Quality and direction of light
At its heart, photography is about light. This is true in both a technical sense, and an artistic sense. While it is sufficient light that allows a photograph to be made, it is beautiful light that makes a photograph special.
So the first thing that you are going to do to start making your photography look better is to start looking at, and for, good light. Step one: turn of your flash. Don’t use it. Your on-camera flash creates what is called flat lighting, and while in certain situations this can be nice, it almost never nice when it comes from an on-camera flash.
There are plenty of places to get great light, and the good news is that today’s cameras are, in general, good enough to take advantage of almost any light that you can find. Windows. Doors. Skylights. Lamps. Flashlights. Shade. There are many ways to get good light.
But before that, let’s talk about what “Quality of light” means. Think of sunlight at midday during the summer. It is strong and direct. If you look down on the sidewalk, your shadow has a sharp edge. If you take a picture of someone in this light, their eye sockets will likely be dark, and the image will be very contrasty (meaning that the darks will be very dark, and the lights will be very light).
This is called “hard light”. It comes from a small source of light (the Sun. I know the Sun is gigantic…but it appears as a small area in the sky. Functionally, it is a small light source)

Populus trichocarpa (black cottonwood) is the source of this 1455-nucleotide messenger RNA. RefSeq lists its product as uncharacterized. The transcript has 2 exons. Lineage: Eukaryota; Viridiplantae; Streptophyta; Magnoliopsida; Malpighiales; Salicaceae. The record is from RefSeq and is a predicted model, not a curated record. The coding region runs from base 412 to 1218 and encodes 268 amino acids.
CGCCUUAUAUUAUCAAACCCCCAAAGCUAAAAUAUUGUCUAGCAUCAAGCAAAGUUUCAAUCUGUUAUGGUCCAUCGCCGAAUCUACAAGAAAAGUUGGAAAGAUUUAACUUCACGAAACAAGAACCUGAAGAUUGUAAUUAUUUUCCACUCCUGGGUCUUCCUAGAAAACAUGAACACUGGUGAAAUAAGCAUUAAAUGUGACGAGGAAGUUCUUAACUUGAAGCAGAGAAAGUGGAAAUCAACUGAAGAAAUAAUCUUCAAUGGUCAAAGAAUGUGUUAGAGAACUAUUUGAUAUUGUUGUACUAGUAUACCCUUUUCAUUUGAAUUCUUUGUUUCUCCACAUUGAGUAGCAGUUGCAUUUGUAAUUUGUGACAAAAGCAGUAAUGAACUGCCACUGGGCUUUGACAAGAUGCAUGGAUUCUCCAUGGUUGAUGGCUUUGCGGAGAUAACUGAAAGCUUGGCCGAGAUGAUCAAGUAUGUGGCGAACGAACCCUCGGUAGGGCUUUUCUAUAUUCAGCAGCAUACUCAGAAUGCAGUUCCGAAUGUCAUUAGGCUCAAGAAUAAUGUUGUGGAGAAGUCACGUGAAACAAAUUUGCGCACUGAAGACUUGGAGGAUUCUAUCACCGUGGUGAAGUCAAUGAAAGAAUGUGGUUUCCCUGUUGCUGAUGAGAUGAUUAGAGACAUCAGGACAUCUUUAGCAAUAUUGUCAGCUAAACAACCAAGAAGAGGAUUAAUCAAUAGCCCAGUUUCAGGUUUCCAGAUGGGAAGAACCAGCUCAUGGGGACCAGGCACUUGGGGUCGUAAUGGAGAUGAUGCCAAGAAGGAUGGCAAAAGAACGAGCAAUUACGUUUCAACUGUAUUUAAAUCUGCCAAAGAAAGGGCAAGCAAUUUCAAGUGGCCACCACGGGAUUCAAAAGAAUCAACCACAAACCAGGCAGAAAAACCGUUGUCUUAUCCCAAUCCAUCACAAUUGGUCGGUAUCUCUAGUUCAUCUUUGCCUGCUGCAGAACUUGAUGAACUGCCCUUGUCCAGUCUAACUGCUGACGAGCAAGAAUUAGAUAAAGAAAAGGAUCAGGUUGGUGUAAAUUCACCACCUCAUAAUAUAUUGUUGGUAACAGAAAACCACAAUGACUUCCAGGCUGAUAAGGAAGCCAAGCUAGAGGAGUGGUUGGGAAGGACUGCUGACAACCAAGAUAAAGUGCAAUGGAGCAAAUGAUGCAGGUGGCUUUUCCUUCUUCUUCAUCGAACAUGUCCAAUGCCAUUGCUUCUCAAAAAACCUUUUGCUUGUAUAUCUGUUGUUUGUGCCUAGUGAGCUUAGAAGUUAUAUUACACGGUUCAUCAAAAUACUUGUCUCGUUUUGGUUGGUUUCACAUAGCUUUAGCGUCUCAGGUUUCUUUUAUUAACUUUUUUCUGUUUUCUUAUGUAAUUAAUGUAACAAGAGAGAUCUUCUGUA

Conversely, think about light on an overcast day. The sun is hidden behind clouds, and all of the clouds, really all of the sky, acts as the light source. There are very few shadows, if any at all, because light is coming from every direction at once. This creates an even light.
This is called “soft light”.
Somewhere in between these two extremes are window light, door light, light from the lamp on the table. All of these forms of light are more interesting, and better, than your on-camera flash.
And what about direction off light?
The problem with on-camera flash is that it is “on-axis”. That is, the light is traveling the same direction that the lens is looking. Much better is light that is off-axis. Light can come from the side, it can come from a 45-degree angle, it can come from high up (down low is possible, but not usually a good choice…it is referred to as “monster lighting”).
When you move the light to one side or the other, it creates shadows, and shadows are important for t showing the shape of things. Shadows do not have to be dark; they just have to be dark-er. Move your light to the side, and face will appear three dimensional. Corners will look as if they actually have direction. Round objects will look round. Textured object will look textured. Directional lighting creates shape, and shape creates the illusion of depth in photographs.
Homework! Turn off your flash. If you are shooting in Auto, turn your knob to the green circle with the slash through the flash. You’re still on auto, just a flashless auto. Go shoot in the sun, by a window, by a door, by a lamp. Pick three photos to keep.